Honorable Pete Gallego, Chair, House Committee on Criminal Jurisprudence
John S O'Brien, Director, Legislative Budget Board
HB305 by Harless (Relating to the punishment prescribed for burglary of a vehicle.), As Introduced
The bill would make no appropriation but could provide the legal basis for an appropriation of funds to implement the provisions of the bill.
|Fiscal Year||Probable Net Positive/(Negative) Impact to General Revenue Related Funds|
|Fiscal Year||Probable Savings/(Cost) from
General Revenue Fund
The bill would amend the Penal Code as it relates to the punishment prescribed for burglary of a vehicle. Under current statute, the offense of burglary of a vehicle is punishable as a state jail felony if the defendant has been previously convicted two or more times or the vehicle/part is a rail car; otherwise the offense is punishable as a Class A Misdemeanor. The criminal behavior covered under the provisions of the bill would be a state jail felony if it is shown on the trial of the offense that the defendant had any previous conviction for the offense of burglary of a vehicle. The bill would repeal Section 30.04(d-1) of the Penal Code, related to defendants previously convicted for the offense of burglary of a vehicle. The bill would also repeal provisions of the Code of Criminal Procedure relating to the minimum period of community supervision for offenders identified in the bill.
The bill would become effective September 1, 2011 and apply only to an offense committed on or after the effective date of the act.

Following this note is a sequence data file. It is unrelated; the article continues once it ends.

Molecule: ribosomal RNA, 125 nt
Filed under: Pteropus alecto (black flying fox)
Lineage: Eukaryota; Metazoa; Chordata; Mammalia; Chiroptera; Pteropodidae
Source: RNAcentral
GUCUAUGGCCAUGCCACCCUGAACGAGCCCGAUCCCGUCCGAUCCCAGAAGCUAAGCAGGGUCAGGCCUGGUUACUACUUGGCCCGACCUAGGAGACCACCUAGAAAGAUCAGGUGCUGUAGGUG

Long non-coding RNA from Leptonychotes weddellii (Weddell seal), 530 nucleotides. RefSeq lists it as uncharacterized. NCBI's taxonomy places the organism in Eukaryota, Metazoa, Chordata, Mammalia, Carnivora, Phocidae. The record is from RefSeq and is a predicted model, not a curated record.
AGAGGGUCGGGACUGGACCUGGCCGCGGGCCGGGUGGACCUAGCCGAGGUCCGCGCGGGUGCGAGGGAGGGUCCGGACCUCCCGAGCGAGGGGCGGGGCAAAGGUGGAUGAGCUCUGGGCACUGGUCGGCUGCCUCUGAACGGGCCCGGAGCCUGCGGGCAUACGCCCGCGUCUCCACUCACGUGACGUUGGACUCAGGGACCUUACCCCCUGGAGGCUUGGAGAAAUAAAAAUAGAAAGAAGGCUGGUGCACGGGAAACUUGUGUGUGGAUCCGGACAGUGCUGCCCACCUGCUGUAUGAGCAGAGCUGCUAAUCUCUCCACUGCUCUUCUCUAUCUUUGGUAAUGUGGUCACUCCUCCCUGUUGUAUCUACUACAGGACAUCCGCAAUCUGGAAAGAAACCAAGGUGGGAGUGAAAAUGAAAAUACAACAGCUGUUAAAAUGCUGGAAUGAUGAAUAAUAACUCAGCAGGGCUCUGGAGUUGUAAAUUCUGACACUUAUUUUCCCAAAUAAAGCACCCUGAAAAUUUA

In fiscal year 2010, there were 51 offenders placed on felony community supervision and 156 offenders admitted to state jail for the offense of burglary of a vehicle punishable as a state jail felony. The population impact as a result of the provisions of the bill will come from defendants who have been previously convicted of the offense of burglary of a vehicle and whose offense is currently punishable as a Class A Misdemeanor but would be punishable as a state jail felony as a result of the bill. In fiscal year 2010, there were 1,589 offenders placed on misdemeanor community supervision for a Class A Misdemeanor offense of burglary of a vehicle. Based on arrest history data, direct court commitments, and revocation rates, it is estimated that approximately 28 percent of the individuals convicted of a state jail felony for the offense of burglary of a vehicle, and who have a criminal history for this offense, would be sentenced to a term of incarceration in a state jail as either a direct court commitment or as a result of felony community supervision revocation; the remainder of the individuals would be placed under felony community supervision annually as a result of the bill.
In order to estimate the future impact of the proposed conditions of the bill, the changes proposed for the offense of burglary of a vehicle policy are applied in a simulation model to: 1) a state jail population that reflects the distribution of offenses, sentence lengths, and time served; and 2) a felony community supervision model reflecting the increase in the number of people supervised. Costs of incarceration by the Department of Criminal Justice are estimated on the basis of $43.03 per inmate per day for state jail facilities, reflecting costs per day for State-operated facilities in fiscal year 2010. The costs of felony community supervision are estimated on the basis of $2.92 per day.
Increasing the penalty for the offense of burglary of a vehicle from a Class A Misdemeanor to a state jail felony if the defendant meets certain requirements would represent a shift in responsibility from local government to the State relating to the burden of confinement of convicted offenders. The shift in responsibility is expected to result in increased demands upon the correctional resources of the State; the expected positive impact to local government would be spread proportionately, based on the frequency of convictions.
JOB, ADM, ESi, GG, LM